Indeed, so rare are these conditions in this day and age, that it is difficult to imagine the impact that the fatal diseases had on three generations ago. Before the advent of vaccines, children were often crippled or killed by these diseases during infancy, while their parents watched helplessly on.

Fortunately, that reality is no longer commonplace nowadays. However, a new dangerous health threat has begun to surface itself: unfounded hysteria over vaccination and its supposed links with autism.

The links between autism and the MMR (measles, mumps, rubella) vaccine have been disproved time and again. The time when symptoms of autism start appearing happens to coincide with the age that the vaccine is given but it is not caused by it as proven by scientific studies.

The infamous doctor behind the 1997 paper that sparked this controversy, British researcher Andrew Wakefield, has had both his medical licence and his paper revoked, after it was found that he committed fraud to obtain his results. But it was too late by the time the mistake was realised; the damage was already done.

Media frenzy had quite disastrously perpetuated the misinformation, and like any rumour that never dies regardless of its absurdity, more parents fell in the trap and decided against vaccinating their children.

“The links between autism and the MMR vaccine have been disproved time and again”

This practice, of course, did not decrease the incidence of autism, rather, it saw the re-emergence of severe vaccine-preventable diseases, such as pertussis (more commonly known as whooping cough) and measles.

Measles had been close to eradication in many countries but has been on the increase since the anti-vaccination movement started to gain momentum. Ninety-eight countries reported more measles cases in 2018 compared with 2017.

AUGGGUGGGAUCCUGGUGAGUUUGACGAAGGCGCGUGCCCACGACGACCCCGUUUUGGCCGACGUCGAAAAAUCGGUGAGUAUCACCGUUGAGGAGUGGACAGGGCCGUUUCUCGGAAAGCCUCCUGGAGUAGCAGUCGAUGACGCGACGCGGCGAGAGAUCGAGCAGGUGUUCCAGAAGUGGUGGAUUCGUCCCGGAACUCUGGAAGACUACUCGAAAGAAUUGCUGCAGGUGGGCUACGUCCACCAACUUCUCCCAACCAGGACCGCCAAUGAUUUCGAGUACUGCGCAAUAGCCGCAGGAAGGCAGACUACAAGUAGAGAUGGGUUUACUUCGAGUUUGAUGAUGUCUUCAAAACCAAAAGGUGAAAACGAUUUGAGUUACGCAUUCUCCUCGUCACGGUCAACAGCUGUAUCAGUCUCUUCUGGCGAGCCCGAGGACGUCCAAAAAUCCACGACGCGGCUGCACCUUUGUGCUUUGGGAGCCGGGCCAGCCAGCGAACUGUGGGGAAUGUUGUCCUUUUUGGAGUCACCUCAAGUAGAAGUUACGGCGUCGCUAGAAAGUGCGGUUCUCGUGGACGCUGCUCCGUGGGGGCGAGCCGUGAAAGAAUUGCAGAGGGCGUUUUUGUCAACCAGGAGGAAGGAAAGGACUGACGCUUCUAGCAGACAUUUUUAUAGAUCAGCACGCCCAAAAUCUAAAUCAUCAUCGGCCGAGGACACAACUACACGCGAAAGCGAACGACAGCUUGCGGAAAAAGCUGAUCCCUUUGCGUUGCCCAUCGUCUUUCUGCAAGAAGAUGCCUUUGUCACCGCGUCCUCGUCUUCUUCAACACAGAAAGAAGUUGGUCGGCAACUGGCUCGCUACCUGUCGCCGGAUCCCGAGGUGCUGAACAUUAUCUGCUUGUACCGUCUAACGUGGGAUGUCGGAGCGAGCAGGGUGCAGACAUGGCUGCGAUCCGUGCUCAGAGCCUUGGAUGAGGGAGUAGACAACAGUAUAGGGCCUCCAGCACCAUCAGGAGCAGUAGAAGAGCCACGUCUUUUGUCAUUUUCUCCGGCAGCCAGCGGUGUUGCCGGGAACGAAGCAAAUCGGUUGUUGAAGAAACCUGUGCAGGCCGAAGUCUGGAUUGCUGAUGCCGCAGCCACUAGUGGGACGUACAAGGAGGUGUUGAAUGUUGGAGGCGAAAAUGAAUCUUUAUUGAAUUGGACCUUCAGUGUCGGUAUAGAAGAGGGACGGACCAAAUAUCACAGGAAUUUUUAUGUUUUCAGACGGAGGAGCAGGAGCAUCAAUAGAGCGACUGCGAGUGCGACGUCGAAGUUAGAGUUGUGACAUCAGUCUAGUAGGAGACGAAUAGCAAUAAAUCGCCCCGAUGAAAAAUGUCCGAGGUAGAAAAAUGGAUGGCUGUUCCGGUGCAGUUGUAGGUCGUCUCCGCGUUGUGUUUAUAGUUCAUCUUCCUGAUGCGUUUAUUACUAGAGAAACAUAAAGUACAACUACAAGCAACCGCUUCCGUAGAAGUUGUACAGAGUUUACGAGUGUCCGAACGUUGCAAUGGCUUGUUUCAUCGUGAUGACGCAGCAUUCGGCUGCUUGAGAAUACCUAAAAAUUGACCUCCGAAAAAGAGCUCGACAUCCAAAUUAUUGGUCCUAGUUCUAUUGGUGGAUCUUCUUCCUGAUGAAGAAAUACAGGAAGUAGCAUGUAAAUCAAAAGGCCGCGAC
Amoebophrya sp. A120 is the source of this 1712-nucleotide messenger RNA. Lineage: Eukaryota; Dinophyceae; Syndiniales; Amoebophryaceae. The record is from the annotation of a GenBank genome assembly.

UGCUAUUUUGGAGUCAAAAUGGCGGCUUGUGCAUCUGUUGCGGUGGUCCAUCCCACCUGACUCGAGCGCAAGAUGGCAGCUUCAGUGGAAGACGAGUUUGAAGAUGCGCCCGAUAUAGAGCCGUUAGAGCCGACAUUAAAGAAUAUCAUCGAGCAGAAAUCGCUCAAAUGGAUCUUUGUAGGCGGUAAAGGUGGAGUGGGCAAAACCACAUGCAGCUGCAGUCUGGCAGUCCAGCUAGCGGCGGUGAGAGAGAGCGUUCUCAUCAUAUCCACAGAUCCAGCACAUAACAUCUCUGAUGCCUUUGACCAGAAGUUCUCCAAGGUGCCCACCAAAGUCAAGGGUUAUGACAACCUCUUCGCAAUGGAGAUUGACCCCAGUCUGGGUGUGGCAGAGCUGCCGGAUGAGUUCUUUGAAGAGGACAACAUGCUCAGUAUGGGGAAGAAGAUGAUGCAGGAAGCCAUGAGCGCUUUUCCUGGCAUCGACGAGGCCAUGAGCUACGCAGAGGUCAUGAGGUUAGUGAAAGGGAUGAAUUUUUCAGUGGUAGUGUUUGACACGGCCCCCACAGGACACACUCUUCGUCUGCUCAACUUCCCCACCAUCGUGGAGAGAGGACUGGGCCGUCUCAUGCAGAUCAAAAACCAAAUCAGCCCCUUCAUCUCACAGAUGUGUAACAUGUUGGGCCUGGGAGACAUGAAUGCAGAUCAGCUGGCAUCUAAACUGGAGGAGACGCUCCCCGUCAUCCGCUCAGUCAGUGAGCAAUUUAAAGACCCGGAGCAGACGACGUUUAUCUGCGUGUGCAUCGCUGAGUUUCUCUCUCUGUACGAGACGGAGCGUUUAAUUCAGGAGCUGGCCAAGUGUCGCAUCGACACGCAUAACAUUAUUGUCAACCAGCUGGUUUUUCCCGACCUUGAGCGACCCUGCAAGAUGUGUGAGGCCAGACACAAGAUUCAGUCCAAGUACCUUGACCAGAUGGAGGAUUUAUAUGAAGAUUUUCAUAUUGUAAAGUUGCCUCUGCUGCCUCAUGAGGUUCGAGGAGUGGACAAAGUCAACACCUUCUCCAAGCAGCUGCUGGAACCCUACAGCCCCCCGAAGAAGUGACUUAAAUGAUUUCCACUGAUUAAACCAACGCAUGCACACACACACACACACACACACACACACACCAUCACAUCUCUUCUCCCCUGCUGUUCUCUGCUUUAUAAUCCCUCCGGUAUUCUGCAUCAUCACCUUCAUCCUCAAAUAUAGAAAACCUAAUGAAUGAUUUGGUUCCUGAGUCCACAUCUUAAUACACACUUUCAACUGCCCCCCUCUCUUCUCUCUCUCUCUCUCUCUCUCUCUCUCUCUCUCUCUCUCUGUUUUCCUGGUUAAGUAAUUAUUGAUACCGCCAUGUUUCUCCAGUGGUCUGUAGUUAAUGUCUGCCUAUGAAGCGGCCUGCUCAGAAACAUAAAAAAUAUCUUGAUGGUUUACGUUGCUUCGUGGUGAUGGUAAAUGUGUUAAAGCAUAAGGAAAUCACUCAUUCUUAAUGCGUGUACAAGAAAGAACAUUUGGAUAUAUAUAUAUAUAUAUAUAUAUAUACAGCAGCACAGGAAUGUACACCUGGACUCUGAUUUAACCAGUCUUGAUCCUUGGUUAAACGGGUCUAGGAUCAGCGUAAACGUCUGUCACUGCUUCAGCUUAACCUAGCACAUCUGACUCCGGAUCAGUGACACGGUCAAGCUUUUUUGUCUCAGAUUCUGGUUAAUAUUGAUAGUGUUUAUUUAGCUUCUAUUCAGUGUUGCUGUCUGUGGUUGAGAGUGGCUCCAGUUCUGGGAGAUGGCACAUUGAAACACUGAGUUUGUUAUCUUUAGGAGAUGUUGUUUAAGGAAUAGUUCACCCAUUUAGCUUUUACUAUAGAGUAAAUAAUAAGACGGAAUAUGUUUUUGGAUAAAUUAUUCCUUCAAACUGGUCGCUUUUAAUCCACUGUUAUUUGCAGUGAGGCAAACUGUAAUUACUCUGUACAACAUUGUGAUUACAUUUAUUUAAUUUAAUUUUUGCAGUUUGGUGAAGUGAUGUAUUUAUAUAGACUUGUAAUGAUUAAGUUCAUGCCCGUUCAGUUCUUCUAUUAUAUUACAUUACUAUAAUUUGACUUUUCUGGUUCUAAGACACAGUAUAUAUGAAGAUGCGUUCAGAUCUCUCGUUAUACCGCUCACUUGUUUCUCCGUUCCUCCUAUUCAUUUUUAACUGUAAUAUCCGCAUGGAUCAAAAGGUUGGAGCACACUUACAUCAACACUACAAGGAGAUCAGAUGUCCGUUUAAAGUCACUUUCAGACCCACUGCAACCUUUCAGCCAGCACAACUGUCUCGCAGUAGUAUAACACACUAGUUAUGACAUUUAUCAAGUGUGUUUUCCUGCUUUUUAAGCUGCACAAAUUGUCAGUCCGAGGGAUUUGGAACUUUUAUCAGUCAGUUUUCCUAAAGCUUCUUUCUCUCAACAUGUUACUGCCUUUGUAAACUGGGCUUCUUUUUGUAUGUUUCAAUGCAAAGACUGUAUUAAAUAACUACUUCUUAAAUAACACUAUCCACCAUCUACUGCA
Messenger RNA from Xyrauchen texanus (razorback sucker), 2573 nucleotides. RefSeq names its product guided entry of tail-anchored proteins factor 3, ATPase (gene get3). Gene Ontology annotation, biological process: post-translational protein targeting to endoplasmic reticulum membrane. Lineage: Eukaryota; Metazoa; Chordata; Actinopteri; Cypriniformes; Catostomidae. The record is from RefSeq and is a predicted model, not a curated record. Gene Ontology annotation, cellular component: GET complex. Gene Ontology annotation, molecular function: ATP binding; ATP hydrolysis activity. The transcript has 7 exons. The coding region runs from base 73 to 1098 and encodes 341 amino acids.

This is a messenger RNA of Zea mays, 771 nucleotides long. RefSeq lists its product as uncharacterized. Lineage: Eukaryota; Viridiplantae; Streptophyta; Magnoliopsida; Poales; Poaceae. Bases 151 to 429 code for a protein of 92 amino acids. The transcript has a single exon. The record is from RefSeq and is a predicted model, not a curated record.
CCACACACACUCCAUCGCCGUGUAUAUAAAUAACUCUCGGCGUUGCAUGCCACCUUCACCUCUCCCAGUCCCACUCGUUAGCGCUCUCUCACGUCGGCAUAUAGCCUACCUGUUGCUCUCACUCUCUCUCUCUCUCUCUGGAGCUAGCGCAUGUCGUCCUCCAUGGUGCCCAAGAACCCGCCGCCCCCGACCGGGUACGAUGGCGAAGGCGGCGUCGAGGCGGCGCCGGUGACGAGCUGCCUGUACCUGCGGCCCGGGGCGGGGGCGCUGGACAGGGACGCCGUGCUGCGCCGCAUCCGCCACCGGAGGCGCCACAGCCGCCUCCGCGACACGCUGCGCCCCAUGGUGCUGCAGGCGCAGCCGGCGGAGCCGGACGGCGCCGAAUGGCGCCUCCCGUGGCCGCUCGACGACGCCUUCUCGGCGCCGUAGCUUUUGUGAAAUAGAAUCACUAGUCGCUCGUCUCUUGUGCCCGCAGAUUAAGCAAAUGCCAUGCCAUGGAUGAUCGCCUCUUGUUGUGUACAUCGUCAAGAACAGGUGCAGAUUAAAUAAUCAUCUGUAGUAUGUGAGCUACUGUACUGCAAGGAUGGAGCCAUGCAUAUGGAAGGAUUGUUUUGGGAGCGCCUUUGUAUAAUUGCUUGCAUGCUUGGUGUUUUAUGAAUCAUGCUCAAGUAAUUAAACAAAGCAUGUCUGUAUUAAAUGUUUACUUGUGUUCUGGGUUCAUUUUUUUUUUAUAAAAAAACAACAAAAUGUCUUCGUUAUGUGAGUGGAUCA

This has led the WHO to label ‘vaccine hesitancy’ as one of the major global health threats of 2019.

The phenomenon has adherents in several Western nations, including Britain and France, but is arguably most high profile in the US, where measles cases leapt 559 per cent between 2017 and 2018.

A large-scale study that followed more than 650,000 Danish children for over a decade has led researchers to the same conclusion as previous efforts: that the MMR vaccine does not increase a child’s risk of autism.  

“We found no support for the hypothesis of increased risk for autism after MMRvaccination in a nationwide unselected population of Danish children,” researchers wrote in the US journal Annals of Internal Medicine.

Seventy years ago, parents eagerly queued to vaccinate their children, as they saw first-hand the inflictions of these horrible diseases and how many innocent lives they claimed. Nowadays we take these tools for granted. Let not history repeat itself.

Vaccination is not a parent’s choice, it’s a child’s right.

Angela Andreinski was a medical student at the time of writing. Read more Child articles here.